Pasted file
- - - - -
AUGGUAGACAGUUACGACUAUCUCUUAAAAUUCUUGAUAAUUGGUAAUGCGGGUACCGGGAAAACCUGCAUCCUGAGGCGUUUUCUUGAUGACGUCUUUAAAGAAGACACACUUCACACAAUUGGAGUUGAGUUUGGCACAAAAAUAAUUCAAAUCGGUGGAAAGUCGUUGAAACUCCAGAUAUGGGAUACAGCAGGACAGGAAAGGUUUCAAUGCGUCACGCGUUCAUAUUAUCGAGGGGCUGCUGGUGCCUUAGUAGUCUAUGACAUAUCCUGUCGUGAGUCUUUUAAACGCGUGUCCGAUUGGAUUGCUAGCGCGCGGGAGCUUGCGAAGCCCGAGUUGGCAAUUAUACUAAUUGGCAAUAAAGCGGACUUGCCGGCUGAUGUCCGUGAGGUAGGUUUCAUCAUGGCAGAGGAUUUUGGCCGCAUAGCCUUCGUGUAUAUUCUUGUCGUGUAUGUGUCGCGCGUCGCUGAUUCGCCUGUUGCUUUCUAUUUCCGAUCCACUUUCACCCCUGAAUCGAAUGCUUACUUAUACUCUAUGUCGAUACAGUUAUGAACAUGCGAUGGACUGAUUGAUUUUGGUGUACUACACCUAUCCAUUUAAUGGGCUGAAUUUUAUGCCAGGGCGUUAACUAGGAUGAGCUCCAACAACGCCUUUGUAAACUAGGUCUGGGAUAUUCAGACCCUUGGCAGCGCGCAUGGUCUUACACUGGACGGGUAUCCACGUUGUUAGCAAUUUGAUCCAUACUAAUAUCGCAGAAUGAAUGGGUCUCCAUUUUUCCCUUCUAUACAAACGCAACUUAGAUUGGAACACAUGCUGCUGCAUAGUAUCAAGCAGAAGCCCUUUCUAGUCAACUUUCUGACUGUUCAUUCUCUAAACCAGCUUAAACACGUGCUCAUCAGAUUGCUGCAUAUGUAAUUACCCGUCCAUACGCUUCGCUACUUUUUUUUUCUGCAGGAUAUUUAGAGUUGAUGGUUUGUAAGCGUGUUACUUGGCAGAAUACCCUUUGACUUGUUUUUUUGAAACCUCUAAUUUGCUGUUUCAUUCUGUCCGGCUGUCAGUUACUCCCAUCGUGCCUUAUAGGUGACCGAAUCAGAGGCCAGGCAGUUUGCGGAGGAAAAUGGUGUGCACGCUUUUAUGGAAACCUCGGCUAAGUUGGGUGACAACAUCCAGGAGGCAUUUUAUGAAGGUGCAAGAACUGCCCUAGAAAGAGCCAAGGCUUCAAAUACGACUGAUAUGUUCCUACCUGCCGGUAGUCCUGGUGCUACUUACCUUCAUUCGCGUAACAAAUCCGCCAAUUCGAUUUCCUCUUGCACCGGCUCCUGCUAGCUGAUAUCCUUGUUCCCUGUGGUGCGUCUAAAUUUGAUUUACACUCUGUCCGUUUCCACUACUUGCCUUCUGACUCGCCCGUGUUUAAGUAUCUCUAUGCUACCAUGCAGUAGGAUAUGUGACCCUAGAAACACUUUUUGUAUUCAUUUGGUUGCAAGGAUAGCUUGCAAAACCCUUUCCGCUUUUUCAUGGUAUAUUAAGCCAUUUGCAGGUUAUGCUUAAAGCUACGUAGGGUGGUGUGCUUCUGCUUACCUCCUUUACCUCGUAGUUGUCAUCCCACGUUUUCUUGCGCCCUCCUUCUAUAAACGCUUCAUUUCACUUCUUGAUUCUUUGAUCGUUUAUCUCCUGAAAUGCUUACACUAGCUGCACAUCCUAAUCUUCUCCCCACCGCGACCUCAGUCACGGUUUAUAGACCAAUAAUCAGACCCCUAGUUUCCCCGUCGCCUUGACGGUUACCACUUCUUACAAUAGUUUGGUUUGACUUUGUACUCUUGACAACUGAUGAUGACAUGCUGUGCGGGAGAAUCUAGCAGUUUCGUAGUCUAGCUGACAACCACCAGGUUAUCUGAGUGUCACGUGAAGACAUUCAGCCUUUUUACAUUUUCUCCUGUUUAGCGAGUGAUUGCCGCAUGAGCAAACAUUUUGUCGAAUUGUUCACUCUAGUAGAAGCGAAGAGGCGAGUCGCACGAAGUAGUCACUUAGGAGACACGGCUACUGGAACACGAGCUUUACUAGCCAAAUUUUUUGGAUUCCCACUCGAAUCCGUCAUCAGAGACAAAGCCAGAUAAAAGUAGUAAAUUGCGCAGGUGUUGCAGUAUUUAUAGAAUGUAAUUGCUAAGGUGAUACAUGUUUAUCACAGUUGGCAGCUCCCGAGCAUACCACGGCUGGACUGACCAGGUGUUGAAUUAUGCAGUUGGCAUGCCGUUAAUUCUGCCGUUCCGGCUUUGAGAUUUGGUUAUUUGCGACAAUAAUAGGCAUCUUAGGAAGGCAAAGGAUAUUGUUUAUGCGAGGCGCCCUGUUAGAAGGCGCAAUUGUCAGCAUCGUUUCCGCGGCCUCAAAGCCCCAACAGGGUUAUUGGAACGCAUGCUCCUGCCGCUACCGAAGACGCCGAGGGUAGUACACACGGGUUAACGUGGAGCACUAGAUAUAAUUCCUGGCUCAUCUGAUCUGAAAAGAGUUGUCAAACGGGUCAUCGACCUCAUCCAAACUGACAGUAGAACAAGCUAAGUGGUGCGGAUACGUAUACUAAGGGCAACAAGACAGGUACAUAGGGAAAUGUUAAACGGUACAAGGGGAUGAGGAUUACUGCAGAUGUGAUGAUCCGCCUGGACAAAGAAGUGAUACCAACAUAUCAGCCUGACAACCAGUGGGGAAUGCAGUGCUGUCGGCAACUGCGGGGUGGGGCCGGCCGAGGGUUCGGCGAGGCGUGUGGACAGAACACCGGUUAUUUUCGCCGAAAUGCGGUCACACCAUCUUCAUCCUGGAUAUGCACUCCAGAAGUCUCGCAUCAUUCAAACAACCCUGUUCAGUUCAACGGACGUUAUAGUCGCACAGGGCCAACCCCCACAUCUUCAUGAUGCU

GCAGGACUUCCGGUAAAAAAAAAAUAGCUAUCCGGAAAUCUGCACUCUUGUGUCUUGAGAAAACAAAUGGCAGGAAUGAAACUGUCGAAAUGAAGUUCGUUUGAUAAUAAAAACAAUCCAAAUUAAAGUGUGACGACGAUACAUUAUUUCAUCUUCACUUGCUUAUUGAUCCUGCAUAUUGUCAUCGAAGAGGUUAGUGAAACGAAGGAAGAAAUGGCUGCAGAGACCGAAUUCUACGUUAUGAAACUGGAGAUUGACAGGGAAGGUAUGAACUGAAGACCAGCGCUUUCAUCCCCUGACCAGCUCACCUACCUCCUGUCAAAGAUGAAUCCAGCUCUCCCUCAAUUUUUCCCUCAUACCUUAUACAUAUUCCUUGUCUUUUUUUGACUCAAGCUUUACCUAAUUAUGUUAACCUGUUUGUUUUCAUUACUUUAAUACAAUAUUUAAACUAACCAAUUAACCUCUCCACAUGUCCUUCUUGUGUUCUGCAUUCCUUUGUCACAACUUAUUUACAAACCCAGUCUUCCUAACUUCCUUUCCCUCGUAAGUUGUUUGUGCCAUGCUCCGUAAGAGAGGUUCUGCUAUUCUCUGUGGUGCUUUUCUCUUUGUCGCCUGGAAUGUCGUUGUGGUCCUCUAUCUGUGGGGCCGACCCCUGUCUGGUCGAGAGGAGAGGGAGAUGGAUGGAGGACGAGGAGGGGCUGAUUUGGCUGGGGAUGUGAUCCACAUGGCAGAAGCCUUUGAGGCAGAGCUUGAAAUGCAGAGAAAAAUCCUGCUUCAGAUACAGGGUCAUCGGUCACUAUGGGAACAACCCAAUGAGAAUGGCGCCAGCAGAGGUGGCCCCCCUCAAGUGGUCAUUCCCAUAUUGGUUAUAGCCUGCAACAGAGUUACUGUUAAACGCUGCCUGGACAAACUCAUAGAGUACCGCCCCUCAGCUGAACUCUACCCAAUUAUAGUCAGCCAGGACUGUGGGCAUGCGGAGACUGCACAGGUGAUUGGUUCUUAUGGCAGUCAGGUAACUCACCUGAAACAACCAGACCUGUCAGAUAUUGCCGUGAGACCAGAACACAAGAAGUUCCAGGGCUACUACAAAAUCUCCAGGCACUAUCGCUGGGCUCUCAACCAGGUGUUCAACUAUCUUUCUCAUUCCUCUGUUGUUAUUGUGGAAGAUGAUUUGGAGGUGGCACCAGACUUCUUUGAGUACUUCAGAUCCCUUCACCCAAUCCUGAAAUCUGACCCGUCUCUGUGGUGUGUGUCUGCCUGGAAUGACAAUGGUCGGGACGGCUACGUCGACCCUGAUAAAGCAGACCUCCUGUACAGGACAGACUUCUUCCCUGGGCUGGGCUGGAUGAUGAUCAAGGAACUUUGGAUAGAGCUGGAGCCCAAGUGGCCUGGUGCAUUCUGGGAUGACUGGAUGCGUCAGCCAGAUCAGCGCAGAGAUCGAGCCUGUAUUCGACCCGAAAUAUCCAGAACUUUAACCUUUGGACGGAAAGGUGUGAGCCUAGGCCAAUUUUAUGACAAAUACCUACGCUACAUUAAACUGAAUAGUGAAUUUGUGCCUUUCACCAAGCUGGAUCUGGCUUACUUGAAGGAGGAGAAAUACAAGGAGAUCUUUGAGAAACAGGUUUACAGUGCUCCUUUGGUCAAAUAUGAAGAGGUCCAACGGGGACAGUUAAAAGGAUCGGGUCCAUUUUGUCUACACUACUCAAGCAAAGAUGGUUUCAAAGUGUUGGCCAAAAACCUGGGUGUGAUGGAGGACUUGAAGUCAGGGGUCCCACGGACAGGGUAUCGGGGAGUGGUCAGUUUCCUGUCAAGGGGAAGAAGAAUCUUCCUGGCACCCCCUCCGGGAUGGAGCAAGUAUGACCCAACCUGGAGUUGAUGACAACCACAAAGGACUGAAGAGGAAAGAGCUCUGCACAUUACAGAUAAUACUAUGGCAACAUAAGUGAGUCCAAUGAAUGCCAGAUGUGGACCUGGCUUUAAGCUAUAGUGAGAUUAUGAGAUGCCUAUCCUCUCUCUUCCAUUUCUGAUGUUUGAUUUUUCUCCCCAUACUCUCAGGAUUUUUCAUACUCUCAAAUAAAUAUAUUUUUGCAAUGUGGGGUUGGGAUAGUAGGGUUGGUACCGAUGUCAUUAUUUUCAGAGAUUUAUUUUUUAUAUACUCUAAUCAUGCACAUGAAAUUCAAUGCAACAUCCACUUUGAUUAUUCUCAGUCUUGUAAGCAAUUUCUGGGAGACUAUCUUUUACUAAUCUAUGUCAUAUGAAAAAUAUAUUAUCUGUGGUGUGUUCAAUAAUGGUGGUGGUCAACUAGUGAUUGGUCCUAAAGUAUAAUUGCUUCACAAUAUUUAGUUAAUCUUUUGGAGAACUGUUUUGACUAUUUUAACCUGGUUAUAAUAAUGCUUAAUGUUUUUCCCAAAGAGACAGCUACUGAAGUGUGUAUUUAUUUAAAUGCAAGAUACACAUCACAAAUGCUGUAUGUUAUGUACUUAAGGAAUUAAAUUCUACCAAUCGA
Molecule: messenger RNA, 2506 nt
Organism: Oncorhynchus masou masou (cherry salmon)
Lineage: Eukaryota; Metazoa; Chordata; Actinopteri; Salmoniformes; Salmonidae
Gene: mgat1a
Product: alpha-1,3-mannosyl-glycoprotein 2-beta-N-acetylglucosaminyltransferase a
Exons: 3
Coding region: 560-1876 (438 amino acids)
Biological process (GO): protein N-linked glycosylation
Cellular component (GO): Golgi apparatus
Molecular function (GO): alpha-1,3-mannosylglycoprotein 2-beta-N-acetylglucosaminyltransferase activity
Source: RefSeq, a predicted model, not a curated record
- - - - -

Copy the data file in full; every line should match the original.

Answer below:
AUGGUAGACAGUUACGACUAUCUCUUAAAAUUCUUGAUAAUUGGUAAUGCGGGUACCGGGAAAACCUGCAUCCUGAGGCGUUUUCUUGAUGACGUCUUUAAAGAAGACACACUUCACACAAUUGGAGUUGAGUUUGGCACAAAAAUAAUUCAAAUCGGUGGAAAGUCGUUGAAACUCCAGAUAUGGGAUACAGCAGGACAGGAAAGGUUUCAAUGCGUCACGCGUUCAUAUUAUCGAGGGGCUGCUGGUGCCUUAGUAGUCUAUGACAUAUCCUGUCGUGAGUCUUUUAAACGCGUGUCCGAUUGGAUUGCUAGCGCGCGGGAGCUUGCGAAGCCCGAGUUGGCAAUUAUACUAAUUGGCAAUAAAGCGGACUUGCCGGCUGAUGUCCGUGAGGUAGGUUUCAUCAUGGCAGAGGAUUUUGGCCGCAUAGCCUUCGUGUAUAUUCUUGUCGUGUAUGUGUCGCGCGUCGCUGAUUCGCCUGUUGCUUUCUAUUUCCGAUCCACUUUCACCCCUGAAUCGAAUGCUUACUUAUACUCUAUGUCGAUACAGUUAUGAACAUGCGAUGGACUGAUUGAUUUUGGUGUACUACACCUAUCCAUUUAAUGGGCUGAAUUUUAUGCCAGGGCGUUAACUAGGAUGAGCUCCAACAACGCCUUUGUAAACUAGGUCUGGGAUAUUCAGACCCUUGGCAGCGCGCAUGGUCUUACACUGGACGGGUAUCCACGUUGUUAGCAAUUUGAUCCAUACUAAUAUCGCAGAAUGAAUGGGUCUCCAUUUUUCCCUUCUAUACAAACGCAACUUAGAUUGGAACACAUGCUGCUGCAUAGUAUCAAGCAGAAGCCCUUUCUAGUCAACUUUCUGACUGUUCAUUCUCUAAACCAGCUUAAACACGUGCUCAUCAGAUUGCUGCAUAUGUAAUUACCCGUCCAUACGCUUCGCUACUUUUUUUUUCUGCAGGAUAUUUAGAGUUGAUGGUUUGUAAGCGUGUUACUUGGCAGAAUACCCUUUGACUUGUUUUUUUGAAACCUCUAAUUUGCUGUUUCAUUCUGUCCGGCUGUCAGUUACUCCCAUCGUGCCUUAUAGGUGACCGAAUCAGAGGCCAGGCAGUUUGCGGAGGAAAAUGGUGUGCACGCUUUUAUGGAAACCUCGGCUAAGUUGGGUGACAACAUCCAGGAGGCAUUUUAUGAAGGUGCAAGAACUGCCCUAGAAAGAGCCAAGGCUUCAAAUACGACUGAUAUGUUCCUACCUGCCGGUAGUCCUGGUGCUACUUACCUUCAUUCGCGUAACAAAUCCGCCAAUUCGAUUUCCUCUUGCACCGGCUCCUGCUAGCUGAUAUCCUUGUUCCCUGUGGUGCGUCUAAAUUUGAUUUACACUCUGUCCGUUUCCACUACUUGCCUUCUGACUCGCCCGUGUUUAAGUAUCUCUAUGCUACCAUGCAGUAGGAUAUGUGACCCUAGAAACACUUUUUGUAUUCAUUUGGUUGCAAGGAUAGCUUGCAAAACCCUUUCCGCUUUUUCAUGGUAUAUUAAGCCAUUUGCAGGUUAUGCUUAAAGCUACGUAGGGUGGUGUGCUUCUGCUUACCUCCUUUACCUCGUAGUUGUCAUCCCACGUUUUCUUGCGCCCUCCUUCUAUAAACGCUUCAUUUCACUUCUUGAUUCUUUGAUCGUUUAUCUCCUGAAAUGCUUACACUAGCUGCACAUCCUAAUCUUCUCCCCACCGCGACCUCAGUCACGGUUUAUAGACCAAUAAUCAGACCCCUAGUUUCCCCGUCGCCUUGACGGUUACCACUUCUUACAAUAGUUUGGUUUGACUUUGUACUCUUGACAACUGAUGAUGACAUGCUGUGCGGGAGAAUCUAGCAGUUUCGUAGUCUAGCUGACAACCACCAGGUUAUCUGAGUGUCACGUGAAGACAUUCAGCCUUUUUACAUUUUCUCCUGUUUAGCGAGUGAUUGCCGCAUGAGCAAACAUUUUGUCGAAUUGUUCACUCUAGUAGAAGCGAAGAGGCGAGUCGCACGAAGUAGUCACUUAGGAGACACGGCUACUGGAACACGAGCUUUACUAGCCAAAUUUUUUGGAUUCCCACUCGAAUCCGUCAUCAGAGACAAAGCCAGAUAAAAGUAGUAAAUUGCGCAGGUGUUGCAGUAUUUAUAGAAUGUAAUUGCUAAGGUGAUACAUGUUUAUCACAGUUGGCAGCUCCCGAGCAUACCACGGCUGGACUGACCAGGUGUUGAAUUAUGCAGUUGGCAUGCCGUUAAUUCUGCCGUUCCGGCUUUGAGAUUUGGUUAUUUGCGACAAUAAUAGGCAUCUUAGGAAGGCAAAGGAUAUUGUUUAUGCGAGGCGCCCUGUUAGAAGGCGCAAUUGUCAGCAUCGUUUCCGCGGCCUCAAAGCCCCAACAGGGUUAUUGGAACGCAUGCUCCUGCCGCUACCGAAGACGCCGAGGGUAGUACACACGGGUUAACGUGGAGCACUAGAUAUAAUUCCUGGCUCAUCUGAUCUGAAAAGAGUUGUCAAACGGGUCAUCGACCUCAUCCAAACUGACAGUAGAACAAGCUAAGUGGUGCGGAUACGUAUACUAAGGGCAACAAGACAGGUACAUAGGGAAAUGUUAAACGGUACAAGGGGAUGAGGAUUACUGCAGAUGUGAUGAUCCGCCUGGACAAAGAAGUGAUACCAACAUAUCAGCCUGACAACCAGUGGGGAAUGCAGUGCUGUCGGCAACUGCGGGGUGGGGCCGGCCGAGGGUUCGGCGAGGCGUGUGGACAGAACACCGGUUAUUUUCGCCGAAAUGCGGUCACACCAUCUUCAUCCUGGAUAUGCACUCCAGAAGUCUCGCAUCAUUCAAACAACCCUGUUCAGUUCAACGGACGUUAUAGUCGCACAGGGCCAACCCCCACAUCUUCAUGAUGCU

GCAGGACUUCCGGUAAAAAAAAAAUAGCUAUCCGGAAAUCUGCACUCUUGUGUCUUGAGAAAACAAAUGGCAGGAAUGAAACUGUCGAAAUGAAGUUCGUUUGAUAAUAAAAACAAUCCAAAUUAAAGUGUGACGACGAUACAUUAUUUCAUCUUCACUUGCUUAUUGAUCCUGCAUAUUGUCAUCGAAGAGGUUAGUGAAACGAAGGAAGAAAUGGCUGCAGAGACCGAAUUCUACGUUAUGAAACUGGAGAUUGACAGGGAAGGUAUGAACUGAAGACCAGCGCUUUCAUCCCCUGACCAGCUCACCUACCUCCUGUCAAAGAUGAAUCCAGCUCUCCCUCAAUUUUUCCCUCAUACCUUAUACAUAUUCCUUGUCUUUUUUUGACUCAAGCUUUACCUAAUUAUGUUAACCUGUUUGUUUUCAUUACUUUAAUACAAUAUUUAAACUAACCAAUUAACCUCUCCACAUGUCCUUCUUGUGUUCUGCAUUCCUUUGUCACAACUUAUUUACAAACCCAGUCUUCCUAACUUCCUUUCCCUCGUAAGUUGUUUGUGCCAUGCUCCGUAAGAGAGGUUCUGCUAUUCUCUGUGGUGCUUUUCUCUUUGUCGCCUGGAAUGUCGUUGUGGUCCUCUAUCUGUGGGGCCGACCCCUGUCUGGUCGAGAGGAGAGGGAGAUGGAUGGAGGACGAGGAGGGGCUGAUUUGGCUGGGGAUGUGAUCCACAUGGCAGAAGCCUUUGAGGCAGAGCUUGAAAUGCAGAGAAAAAUCCUGCUUCAGAUACAGGGUCAUCGGUCACUAUGGGAACAACCCAAUGAGAAUGGCGCCAGCAGAGGUGGCCCCCCUCAAGUGGUCAUUCCCAUAUUGGUUAUAGCCUGCAACAGAGUUACUGUUAAACGCUGCCUGGACAAACUCAUAGAGUACCGCCCCUCAGCUGAACUCUACCCAAUUAUAGUCAGCCAGGACUGUGGGCAUGCGGAGACUGCACAGGUGAUUGGUUCUUAUGGCAGUCAGGUAACUCACCUGAAACAACCAGACCUGUCAGAUAUUGCCGUGAGACCAGAACACAAGAAGUUCCAGGGCUACUACAAAAUCUCCAGGCACUAUCGCUGGGCUCUCAACCAGGUGUUCAACUAUCUUUCUCAUUCCUCUGUUGUUAUUGUGGAAGAUGAUUUGGAGGUGGCACCAGACUUCUUUGAGUACUUCAGAUCCCUUCACCCAAUCCUGAAAUCUGACCCGUCUCUGUGGUGUGUGUCUGCCUGGAAUGACAAUGGUCGGGACGGCUACGUCGACCCUGAUAAAGCAGACCUCCUGUACAGGACAGACUUCUUCCCUGGGCUGGGCUGGAUGAUGAUCAAGGAACUUUGGAUAGAGCUGGAGCCCAAGUGGCCUGGUGCAUUCUGGGAUGACUGGAUGCGUCAGCCAGAUCAGCGCAGAGAUCGAGCCUGUAUUCGACCCGAAAUAUCCAGAACUUUAACCUUUGGACGGAAAGGUGUGAGCCUAGGCCAAUUUUAUGACAAAUACCUACGCUACAUUAAACUGAAUAGUGAAUUUGUGCCUUUCACCAAGCUGGAUCUGGCUUACUUGAAGGAGGAGAAAUACAAGGAGAUCUUUGAGAAACAGGUUUACAGUGCUCCUUUGGUCAAAUAUGAAGAGGUCCAACGGGGACAGUUAAAAGGAUCGGGUCCAUUUUGUCUACACUACUCAAGCAAAGAUGGUUUCAAAGUGUUGGCCAAAAACCUGGGUGUGAUGGAGGACUUGAAGUCAGGGGUCCCACGGACAGGGUAUCGGGGAGUGGUCAGUUUCCUGUCAAGGGGAAGAAGAAUCUUCCUGGCACCCCCUCCGGGAUGGAGCAAGUAUGACCCAACCUGGAGUUGAUGACAACCACAAAGGACUGAAGAGGAAAGAGCUCUGCACAUUACAGAUAAUACUAUGGCAACAUAAGUGAGUCCAAUGAAUGCCAGAUGUGGACCUGGCUUUAAGCUAUAGUGAGAUUAUGAGAUGCCUAUCCUCUCUCUUCCAUUUCUGAUGUUUGAUUUUUCUCCCCAUACUCUCAGGAUUUUUCAUACUCUCAAAUAAAUAUAUUUUUGCAAUGUGGGGUUGGGAUAGUAGGGUUGGUACCGAUGUCAUUAUUUUCAGAGAUUUAUUUUUUAUAUACUCUAAUCAUGCACAUGAAAUUCAAUGCAACAUCCACUUUGAUUAUUCUCAGUCUUGUAAGCAAUUUCUGGGAGACUAUCUUUUACUAAUCUAUGUCAUAUGAAAAAUAUAUUAUCUGUGGUGUGUUCAAUAAUGGUGGUGGUCAACUAGUGAUUGGUCCUAAAGUAUAAUUGCUUCACAAUAUUUAGUUAAUCUUUUGGAGAACUGUUUUGACUAUUUUAACCUGGUUAUAAUAAUGCUUAAUGUUUUUCCCAAAGAGACAGCUACUGAAGUGUGUAUUUAUUUAAAUGCAAGAUACACAUCACAAAUGCUGUAUGUUAUGUACUUAAGGAAUUAAAUUCUACCAAUCGA
Molecule: messenger RNA, 2506 nt
Organism: Oncorhynchus masou masou (cherry salmon)
Lineage: Eukaryota; Metazoa; Chordata; Actinopteri; Salmoniformes; Salmonidae
Gene: mgat1a
Product: alpha-1,3-mannosyl-glycoprotein 2-beta-N-acetylglucosaminyltransferase a
Exons: 3
Coding region: 560-1876 (438 amino acids)
Biological process (GO): protein N-linked glycosylation
Cellular component (GO): Golgi apparatus
Molecular function (GO): alpha-1,3-mannosylglycoprotein 2-beta-N-acetylglucosaminyltransferase activity
Source: RefSeq, a predicted model, not a curated record